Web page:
At Hugo’s lair, a radio broadcast indicates Batfink is still missing, and queries why he does not contact the Chief. “He’s tied up right now”, Hugo playfully answers the radio, as the camera reveal both out heroes tied securely to the feet of the bird. The radio report continues with a bulletin that the Chief has given orders to shoot the bird on sight. “I was wondering how to get rid of you – now I know”, states Hugo to his guests. With a belly of explosive bombs, a well-placed shot by the Chief should mean “bye bye, birdie” – and bye bye our heroes as well. The bird is sent in flight, to act as a sitting duck for the tanks ordered out by the Chief. “Fire”, comes the order, and a shell hurtles at our heroes. However, the shot falls short, missing the bird, but exploding close enough that the concussion waves break out heroes’ bonds. As Batfink catches the falling Karate in mid-air, a second shot does in the bird, leaving out heroes unscathed. Hugo, back at the lab, assumes his foes are done in, and begins planning the construction of a duplicate bird, when Batfink and Karate break in, to snap the handcuffs upon Hugo. Karate states that if Hugo thinks he can outsmart them, he must have a bird-brain.

I promised a favorable word about Tranzor Z, known to Japanese audiences as Mazinger Z, a creation of the mid-1970’s that premiered in America in the 1980’s. As documented in a previous article, my interest in the series resulted from a year in which every American animated product green-lighted for new production seemed to be nothing but a half-hour promotion for someone’s toy line – leaving Tranzor Z the sole new-kid-on-the-block that seemed not to be tainted by commercialism. The series was reputedly a ground-breaker even in Japan, featuring the first use of a giant robot piloted from the inside by way of a hovercraft unit docking with the robot’s head. Youthful teen pilot Tommy commands a robot constructed by a crack scientific team of scientists, out of a new super metal referred to as “Alloy Z”, stronger and more impervious to damage than any other substance. The robot features all manner of amazing weaponry, including a heat ray from red panels on its chest, detachable fists and fingers that fly independently as missiles, rays from its eyes and head, etc., that come handy in the battles it will face to defend civilization against the robotic creations of rival Doctor Demon from a remote island. Tranzor also uses the power of flight, when needed, through a separate rocket-belt unit called Scrambler which attaches to its waist upon command, adding both boosters and a pair of flying wings. Demon relies for his destructive dirty work upon two lieutenants – Devleen, a literal half-man, half-woman, divided neatly down the middle (and touted by the narrator to possess the worst properties of both), and Count De Capito, a dictatorial despot who has somehow survived his own execution scientifically, with a self-supported severed head in command of its separated body.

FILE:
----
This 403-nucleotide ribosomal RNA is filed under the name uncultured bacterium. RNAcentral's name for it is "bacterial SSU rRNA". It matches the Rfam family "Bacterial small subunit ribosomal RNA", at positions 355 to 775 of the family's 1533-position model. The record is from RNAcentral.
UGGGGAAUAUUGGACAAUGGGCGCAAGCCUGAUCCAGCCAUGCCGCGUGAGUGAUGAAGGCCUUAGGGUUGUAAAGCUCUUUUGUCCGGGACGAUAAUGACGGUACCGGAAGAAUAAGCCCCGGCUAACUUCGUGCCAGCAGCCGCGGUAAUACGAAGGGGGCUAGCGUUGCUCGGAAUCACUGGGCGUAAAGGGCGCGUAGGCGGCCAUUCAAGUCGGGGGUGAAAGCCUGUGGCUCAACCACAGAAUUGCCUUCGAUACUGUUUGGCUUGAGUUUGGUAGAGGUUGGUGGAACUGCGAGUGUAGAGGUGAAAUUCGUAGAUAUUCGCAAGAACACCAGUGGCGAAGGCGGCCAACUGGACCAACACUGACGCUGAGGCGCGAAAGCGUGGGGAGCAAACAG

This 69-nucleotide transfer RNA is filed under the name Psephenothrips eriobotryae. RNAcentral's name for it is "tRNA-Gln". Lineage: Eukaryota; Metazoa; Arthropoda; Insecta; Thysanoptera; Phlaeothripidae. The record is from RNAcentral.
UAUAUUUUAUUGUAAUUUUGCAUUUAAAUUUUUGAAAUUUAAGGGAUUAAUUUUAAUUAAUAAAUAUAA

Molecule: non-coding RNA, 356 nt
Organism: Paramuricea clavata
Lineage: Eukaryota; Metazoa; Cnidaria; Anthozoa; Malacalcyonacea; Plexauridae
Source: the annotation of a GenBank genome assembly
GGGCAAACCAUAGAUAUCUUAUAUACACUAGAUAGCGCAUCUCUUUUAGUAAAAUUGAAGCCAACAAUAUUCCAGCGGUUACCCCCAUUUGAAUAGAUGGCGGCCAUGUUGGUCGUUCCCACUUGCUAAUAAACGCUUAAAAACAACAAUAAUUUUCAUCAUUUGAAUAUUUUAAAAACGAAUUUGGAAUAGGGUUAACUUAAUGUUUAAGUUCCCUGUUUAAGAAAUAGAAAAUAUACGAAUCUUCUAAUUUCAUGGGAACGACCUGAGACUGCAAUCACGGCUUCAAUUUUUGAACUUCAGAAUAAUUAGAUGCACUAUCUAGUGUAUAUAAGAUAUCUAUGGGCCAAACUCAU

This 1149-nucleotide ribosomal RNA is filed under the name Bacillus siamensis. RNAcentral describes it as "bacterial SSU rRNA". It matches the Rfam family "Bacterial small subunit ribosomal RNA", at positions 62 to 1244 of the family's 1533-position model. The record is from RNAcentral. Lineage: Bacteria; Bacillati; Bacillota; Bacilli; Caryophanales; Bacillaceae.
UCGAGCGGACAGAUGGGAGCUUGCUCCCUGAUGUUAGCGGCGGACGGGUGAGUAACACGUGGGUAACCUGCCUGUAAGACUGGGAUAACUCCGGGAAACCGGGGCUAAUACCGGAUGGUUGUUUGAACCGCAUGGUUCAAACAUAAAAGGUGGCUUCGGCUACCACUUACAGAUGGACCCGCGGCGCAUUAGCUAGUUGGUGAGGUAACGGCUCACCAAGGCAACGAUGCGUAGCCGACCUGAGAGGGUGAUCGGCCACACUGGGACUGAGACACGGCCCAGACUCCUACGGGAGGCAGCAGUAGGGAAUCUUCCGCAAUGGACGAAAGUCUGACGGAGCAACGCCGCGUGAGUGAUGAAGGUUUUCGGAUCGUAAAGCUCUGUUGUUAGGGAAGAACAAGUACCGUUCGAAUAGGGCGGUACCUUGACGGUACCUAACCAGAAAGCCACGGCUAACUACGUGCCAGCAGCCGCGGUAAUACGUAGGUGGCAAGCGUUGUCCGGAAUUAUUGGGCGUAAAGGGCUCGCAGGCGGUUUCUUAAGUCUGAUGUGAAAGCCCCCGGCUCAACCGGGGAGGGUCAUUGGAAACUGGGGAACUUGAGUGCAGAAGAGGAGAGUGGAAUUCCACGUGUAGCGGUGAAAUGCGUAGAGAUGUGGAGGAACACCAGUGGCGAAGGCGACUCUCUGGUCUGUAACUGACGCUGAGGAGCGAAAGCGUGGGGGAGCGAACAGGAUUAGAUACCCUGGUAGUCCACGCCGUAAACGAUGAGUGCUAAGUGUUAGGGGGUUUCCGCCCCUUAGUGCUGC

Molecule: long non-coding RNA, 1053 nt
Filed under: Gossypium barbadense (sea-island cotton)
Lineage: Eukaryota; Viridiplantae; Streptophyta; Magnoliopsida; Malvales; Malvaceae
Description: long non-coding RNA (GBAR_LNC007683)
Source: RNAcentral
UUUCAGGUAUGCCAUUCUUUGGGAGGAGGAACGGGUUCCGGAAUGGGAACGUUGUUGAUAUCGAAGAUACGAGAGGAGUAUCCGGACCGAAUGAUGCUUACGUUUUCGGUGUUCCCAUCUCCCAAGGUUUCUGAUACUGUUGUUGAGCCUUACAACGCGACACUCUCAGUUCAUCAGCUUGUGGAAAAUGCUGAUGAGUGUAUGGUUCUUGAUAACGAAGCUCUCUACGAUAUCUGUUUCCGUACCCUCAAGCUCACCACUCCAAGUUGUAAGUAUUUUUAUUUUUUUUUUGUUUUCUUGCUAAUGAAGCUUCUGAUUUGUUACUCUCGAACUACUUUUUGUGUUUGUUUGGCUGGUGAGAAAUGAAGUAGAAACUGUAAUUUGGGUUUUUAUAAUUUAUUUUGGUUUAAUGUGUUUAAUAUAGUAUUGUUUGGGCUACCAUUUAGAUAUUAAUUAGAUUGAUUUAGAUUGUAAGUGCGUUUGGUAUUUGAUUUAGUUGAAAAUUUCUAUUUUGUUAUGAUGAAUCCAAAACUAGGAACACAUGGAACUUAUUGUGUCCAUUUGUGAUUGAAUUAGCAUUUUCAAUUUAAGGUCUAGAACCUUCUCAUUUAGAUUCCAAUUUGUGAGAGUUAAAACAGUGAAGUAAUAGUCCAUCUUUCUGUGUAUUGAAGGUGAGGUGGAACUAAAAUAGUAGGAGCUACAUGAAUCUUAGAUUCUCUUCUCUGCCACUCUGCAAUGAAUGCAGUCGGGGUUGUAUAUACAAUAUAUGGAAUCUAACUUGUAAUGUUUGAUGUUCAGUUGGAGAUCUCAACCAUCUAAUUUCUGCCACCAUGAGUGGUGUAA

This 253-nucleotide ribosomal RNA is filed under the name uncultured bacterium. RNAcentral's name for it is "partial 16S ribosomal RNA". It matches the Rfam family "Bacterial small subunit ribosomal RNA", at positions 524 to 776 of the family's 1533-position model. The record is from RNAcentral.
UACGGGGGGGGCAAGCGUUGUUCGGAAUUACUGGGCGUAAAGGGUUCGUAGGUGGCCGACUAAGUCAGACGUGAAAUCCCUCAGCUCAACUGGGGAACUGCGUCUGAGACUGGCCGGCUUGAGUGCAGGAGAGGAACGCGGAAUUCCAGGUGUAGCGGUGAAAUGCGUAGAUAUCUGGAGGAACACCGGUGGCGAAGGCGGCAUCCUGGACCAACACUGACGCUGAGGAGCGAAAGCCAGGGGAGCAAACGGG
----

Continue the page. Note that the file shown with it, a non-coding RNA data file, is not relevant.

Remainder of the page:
Tommy’s friends include girlfriend (actually sister in the Japanese original) Jessica, and their dim-witted tag-along friend (or is it rival) Bobo, a muscle-bound blob of blubber who always manages to get in the way. Jessica has her own “female” robot, Aphrodite A, who, despite firing missiles from the most sensitive parts of her chest, really isn’t much in battle without the assistance of Tranzor. Bobo eventually hijacks the professors to build him a robot as well – out of scrap metal from a junkyard – and acquires the Bobobot, a lumbering topheavy iron ball of a humanoid, who, despite possessing the brute strength of Tranzor Z, lacks all of the high-tech weaponry possessed by the larger robot, and, in his first battle, proves his best power to be to serve as dead weight, bu clamping onto the ankle of the enemy invader until Tranzor can finish him off. The trio of would-be heroes share an ongoing sometimes friendly, more often bickering rivalry as to who is the most heroic, while the villains keep throwing everything they’ve got at them. The battles are unusually well-staged for an anime product, and as fantastic and far-out as the creations and weapons get, the series continues to maintain an engaging degree of suspense, making the viewer constantly question whether Tranzor may finally meet his match, and pushing our heroes to their limits. I found most episodes to be surprisingly enjoyable, and refreshing during an animation drought, despite some character flaws such as the ever-present wailing of Devleen, that sounded in translation like the Wicked Witch of the West at a constant state of full cackle. Bobo (as highlighted in a previous post in my “Flights of Fancy” series, featuring an episode in which Bobo attempts to get the Bobobot to fly) generally provided effective comic relief, breaking up the Japanese intensity with a reasonable dose of Western slapstick. All in all, it was a different, but interesting, experience. While it may not hold up quite as well in retrospect after all that has followed in the industry, it at least provided a necessary “missing link” to keep a spark of interest in animation alive, until Roger Rabbit could re-ignite the flame.